You can’t even go shopping now without being watched and studied. This term has turned up in several places recently, but in every case it can be traced back to the same retail consultancy firm in New York, Envirosell, so it’s probably a clever piece of PR rather than a genuine addition to the vocabulary. The founder of the firm, the self-styled retail anthropologist Paco Underhill, calls it the science of shopping, which just happens to be the subtitle of his recent book, Why We Buy. The idea is that observing shoppers as though they were members of an alien culture develops insights that can help stores persuade people to spend more. Simple things can pay dividends — display shirt and tie combinations, because men hate shopping and want it made as simple as possible; don’t put expensive merchandise just inside a shop doorway because this is where shoppers are adjusting to the ambience of the place and aren’t noticing things; place goods so shoppers have plenty of room to inspect them without being bumped by passers-by in the aisles; organise displays to take account of the way that people unconsciously navigate a store — in general respond to the psychology of the customer.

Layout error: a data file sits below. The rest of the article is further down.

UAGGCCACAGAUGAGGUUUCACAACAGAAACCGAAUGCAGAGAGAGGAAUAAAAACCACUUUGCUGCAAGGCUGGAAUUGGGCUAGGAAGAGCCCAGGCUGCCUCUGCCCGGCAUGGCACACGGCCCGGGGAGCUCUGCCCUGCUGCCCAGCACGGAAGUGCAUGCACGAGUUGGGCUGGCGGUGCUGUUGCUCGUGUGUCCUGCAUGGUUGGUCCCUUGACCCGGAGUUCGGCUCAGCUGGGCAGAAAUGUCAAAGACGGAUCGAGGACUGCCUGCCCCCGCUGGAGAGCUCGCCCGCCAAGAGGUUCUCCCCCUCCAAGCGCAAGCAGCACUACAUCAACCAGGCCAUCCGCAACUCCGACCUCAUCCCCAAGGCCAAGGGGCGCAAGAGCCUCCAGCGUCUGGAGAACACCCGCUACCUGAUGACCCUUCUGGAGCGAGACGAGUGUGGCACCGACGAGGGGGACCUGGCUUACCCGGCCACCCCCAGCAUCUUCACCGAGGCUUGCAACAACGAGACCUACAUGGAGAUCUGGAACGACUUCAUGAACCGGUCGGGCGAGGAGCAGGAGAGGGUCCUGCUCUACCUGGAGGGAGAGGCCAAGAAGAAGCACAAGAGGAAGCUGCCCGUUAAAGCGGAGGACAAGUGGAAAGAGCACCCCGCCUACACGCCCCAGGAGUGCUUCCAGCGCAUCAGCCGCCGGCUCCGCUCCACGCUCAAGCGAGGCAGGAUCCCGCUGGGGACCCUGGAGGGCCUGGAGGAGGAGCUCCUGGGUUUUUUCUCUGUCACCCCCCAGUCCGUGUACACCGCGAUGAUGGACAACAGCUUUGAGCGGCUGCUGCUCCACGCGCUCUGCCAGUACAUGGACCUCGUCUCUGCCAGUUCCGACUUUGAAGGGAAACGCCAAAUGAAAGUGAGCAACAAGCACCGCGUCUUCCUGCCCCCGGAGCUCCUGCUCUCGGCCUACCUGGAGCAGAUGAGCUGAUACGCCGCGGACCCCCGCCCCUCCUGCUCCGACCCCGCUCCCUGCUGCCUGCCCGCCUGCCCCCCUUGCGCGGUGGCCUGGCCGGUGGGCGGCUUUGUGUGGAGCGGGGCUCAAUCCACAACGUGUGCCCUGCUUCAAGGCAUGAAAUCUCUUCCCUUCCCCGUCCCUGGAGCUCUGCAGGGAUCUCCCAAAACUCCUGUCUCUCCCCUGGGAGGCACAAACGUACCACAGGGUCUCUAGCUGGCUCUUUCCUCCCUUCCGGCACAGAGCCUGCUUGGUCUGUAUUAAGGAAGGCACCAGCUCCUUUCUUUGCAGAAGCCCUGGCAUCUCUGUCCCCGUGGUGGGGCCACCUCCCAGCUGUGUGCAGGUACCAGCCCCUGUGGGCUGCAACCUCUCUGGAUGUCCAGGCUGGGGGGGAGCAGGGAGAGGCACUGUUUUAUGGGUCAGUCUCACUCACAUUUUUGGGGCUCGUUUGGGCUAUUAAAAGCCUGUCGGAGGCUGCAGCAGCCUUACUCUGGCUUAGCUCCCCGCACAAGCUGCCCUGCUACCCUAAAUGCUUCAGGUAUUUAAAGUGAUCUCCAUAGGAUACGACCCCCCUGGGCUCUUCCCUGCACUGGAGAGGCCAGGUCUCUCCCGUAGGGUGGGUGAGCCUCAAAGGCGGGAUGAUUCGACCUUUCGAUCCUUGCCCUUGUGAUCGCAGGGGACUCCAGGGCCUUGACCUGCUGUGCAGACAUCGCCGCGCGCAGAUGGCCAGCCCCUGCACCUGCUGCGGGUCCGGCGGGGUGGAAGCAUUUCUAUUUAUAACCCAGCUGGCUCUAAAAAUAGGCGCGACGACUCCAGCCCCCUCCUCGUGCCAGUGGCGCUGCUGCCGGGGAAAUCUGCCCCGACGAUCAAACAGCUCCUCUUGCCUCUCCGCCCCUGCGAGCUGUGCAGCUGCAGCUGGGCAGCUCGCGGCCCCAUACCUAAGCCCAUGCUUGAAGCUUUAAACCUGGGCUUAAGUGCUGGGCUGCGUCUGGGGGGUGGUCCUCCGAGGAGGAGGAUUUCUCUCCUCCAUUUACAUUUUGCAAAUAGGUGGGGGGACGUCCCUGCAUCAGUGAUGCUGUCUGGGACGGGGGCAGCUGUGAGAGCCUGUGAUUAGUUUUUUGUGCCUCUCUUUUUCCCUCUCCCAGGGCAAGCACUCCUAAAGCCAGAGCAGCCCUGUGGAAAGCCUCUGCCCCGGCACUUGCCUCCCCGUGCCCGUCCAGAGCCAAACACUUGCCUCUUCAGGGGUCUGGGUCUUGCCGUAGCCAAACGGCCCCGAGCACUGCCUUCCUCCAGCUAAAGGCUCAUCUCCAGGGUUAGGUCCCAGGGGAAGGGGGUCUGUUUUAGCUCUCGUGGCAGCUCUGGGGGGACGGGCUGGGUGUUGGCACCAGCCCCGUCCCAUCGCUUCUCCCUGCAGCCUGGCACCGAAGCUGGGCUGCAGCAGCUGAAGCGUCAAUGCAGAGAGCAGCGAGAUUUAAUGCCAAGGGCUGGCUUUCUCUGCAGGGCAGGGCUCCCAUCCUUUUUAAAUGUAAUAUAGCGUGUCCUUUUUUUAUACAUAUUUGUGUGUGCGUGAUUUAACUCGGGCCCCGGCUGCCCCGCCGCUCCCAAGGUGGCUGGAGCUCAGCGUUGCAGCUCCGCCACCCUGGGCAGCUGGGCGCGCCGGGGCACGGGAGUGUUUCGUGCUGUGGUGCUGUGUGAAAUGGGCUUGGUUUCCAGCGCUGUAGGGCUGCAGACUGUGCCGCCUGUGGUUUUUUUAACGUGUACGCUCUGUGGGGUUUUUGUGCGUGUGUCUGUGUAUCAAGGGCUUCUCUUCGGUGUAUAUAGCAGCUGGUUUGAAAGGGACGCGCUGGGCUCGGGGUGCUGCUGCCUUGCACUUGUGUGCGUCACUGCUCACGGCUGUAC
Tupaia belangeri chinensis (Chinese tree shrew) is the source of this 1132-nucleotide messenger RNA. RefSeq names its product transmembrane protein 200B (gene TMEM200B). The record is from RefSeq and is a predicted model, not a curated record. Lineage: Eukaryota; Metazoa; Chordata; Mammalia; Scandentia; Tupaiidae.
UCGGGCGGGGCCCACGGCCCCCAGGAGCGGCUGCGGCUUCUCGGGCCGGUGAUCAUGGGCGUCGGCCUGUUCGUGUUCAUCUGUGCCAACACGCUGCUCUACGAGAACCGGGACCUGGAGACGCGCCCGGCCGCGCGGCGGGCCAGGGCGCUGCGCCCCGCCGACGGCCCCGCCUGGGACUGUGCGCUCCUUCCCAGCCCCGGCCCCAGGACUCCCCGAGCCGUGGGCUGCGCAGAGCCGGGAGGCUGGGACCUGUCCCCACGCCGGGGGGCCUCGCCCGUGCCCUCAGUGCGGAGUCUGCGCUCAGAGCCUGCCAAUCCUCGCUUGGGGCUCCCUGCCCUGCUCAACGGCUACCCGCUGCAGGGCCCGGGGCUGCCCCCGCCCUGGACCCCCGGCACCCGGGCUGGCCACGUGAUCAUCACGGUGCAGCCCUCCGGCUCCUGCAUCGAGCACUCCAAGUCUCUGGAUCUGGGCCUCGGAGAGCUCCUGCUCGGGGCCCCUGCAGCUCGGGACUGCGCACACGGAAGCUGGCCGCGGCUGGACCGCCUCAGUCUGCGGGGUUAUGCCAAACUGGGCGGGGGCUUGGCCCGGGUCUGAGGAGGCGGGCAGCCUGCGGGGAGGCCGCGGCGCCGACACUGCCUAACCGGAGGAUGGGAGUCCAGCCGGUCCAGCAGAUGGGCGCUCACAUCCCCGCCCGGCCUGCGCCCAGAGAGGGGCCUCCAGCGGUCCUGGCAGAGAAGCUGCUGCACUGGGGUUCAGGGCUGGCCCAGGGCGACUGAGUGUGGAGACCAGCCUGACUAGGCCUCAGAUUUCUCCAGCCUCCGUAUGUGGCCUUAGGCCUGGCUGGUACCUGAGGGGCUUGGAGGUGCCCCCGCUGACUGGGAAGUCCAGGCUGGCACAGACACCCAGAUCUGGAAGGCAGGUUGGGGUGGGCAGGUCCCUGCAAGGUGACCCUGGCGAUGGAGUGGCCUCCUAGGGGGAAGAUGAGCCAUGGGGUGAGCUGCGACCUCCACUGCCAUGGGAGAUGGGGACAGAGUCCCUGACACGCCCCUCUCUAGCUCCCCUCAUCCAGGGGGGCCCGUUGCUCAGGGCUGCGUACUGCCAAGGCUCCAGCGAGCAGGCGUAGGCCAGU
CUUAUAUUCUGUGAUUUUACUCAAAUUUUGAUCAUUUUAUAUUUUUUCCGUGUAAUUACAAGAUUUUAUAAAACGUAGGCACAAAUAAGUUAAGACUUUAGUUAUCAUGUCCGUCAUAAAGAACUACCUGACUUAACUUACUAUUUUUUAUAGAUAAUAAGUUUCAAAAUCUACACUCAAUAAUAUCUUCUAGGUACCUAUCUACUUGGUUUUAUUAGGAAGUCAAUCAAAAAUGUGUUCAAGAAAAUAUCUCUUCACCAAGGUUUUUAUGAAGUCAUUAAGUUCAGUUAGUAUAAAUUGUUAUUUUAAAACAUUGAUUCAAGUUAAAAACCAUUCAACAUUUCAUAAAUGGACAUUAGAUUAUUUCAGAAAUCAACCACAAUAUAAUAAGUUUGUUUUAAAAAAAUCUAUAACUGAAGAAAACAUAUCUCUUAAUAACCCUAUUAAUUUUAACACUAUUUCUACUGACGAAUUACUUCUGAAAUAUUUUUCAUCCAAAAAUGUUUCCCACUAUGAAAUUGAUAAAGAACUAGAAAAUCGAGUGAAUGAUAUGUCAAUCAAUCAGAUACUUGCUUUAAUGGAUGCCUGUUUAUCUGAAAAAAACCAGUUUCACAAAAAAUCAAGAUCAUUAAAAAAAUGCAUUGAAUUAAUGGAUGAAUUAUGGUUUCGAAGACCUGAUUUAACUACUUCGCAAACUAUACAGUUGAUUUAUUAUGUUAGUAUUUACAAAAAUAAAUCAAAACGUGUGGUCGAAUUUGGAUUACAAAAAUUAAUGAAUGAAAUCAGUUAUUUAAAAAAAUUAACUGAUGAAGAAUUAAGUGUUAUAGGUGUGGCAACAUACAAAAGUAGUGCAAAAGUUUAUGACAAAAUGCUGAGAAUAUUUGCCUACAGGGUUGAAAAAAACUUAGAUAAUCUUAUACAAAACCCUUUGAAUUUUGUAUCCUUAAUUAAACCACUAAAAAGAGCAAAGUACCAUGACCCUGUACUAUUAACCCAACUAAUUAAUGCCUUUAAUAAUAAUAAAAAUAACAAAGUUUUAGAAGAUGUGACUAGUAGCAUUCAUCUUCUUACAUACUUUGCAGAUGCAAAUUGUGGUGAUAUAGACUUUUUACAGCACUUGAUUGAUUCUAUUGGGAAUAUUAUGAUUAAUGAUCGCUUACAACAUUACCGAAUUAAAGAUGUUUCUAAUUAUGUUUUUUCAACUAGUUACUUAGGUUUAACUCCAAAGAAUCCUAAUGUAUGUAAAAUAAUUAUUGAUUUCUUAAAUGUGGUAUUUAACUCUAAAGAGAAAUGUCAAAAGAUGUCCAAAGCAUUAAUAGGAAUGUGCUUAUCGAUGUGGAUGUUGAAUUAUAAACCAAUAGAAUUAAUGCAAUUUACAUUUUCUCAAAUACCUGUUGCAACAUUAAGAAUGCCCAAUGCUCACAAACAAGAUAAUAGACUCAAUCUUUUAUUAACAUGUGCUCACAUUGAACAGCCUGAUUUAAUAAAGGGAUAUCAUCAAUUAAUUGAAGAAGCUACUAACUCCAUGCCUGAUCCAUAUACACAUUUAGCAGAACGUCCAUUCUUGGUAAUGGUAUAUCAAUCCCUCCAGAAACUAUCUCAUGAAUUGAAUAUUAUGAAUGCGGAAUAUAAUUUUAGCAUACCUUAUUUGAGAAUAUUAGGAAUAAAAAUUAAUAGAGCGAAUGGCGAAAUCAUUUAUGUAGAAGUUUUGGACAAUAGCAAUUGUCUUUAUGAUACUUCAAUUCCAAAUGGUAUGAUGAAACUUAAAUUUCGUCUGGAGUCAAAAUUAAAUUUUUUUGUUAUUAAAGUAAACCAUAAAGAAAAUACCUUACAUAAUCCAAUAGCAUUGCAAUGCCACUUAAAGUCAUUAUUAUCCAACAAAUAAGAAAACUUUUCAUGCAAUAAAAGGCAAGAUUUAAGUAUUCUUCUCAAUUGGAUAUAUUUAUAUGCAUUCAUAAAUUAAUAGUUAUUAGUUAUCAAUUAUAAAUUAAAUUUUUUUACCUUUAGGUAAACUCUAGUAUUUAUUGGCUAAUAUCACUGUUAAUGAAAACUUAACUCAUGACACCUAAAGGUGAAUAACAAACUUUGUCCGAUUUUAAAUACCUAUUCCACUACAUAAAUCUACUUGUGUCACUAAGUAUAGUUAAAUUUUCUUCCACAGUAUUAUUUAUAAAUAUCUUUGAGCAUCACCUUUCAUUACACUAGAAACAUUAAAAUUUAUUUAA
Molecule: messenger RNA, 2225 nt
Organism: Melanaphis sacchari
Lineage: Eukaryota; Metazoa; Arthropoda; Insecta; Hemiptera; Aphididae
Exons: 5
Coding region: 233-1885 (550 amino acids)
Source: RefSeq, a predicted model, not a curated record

Paco Underhill, retail anthropologist and passionate shoppers’ advocate, gave me a withering look. Macy’s, the look said, wasn’t doing its job, and he was mad about it.
New York Times, May 1999
According to “retail anthropologists”, who base their findings on hours of videotapes of shoppers, the percentage of shoppers who buy some items if they pick up a basket: 75.
Independent on Sunday, July 1999
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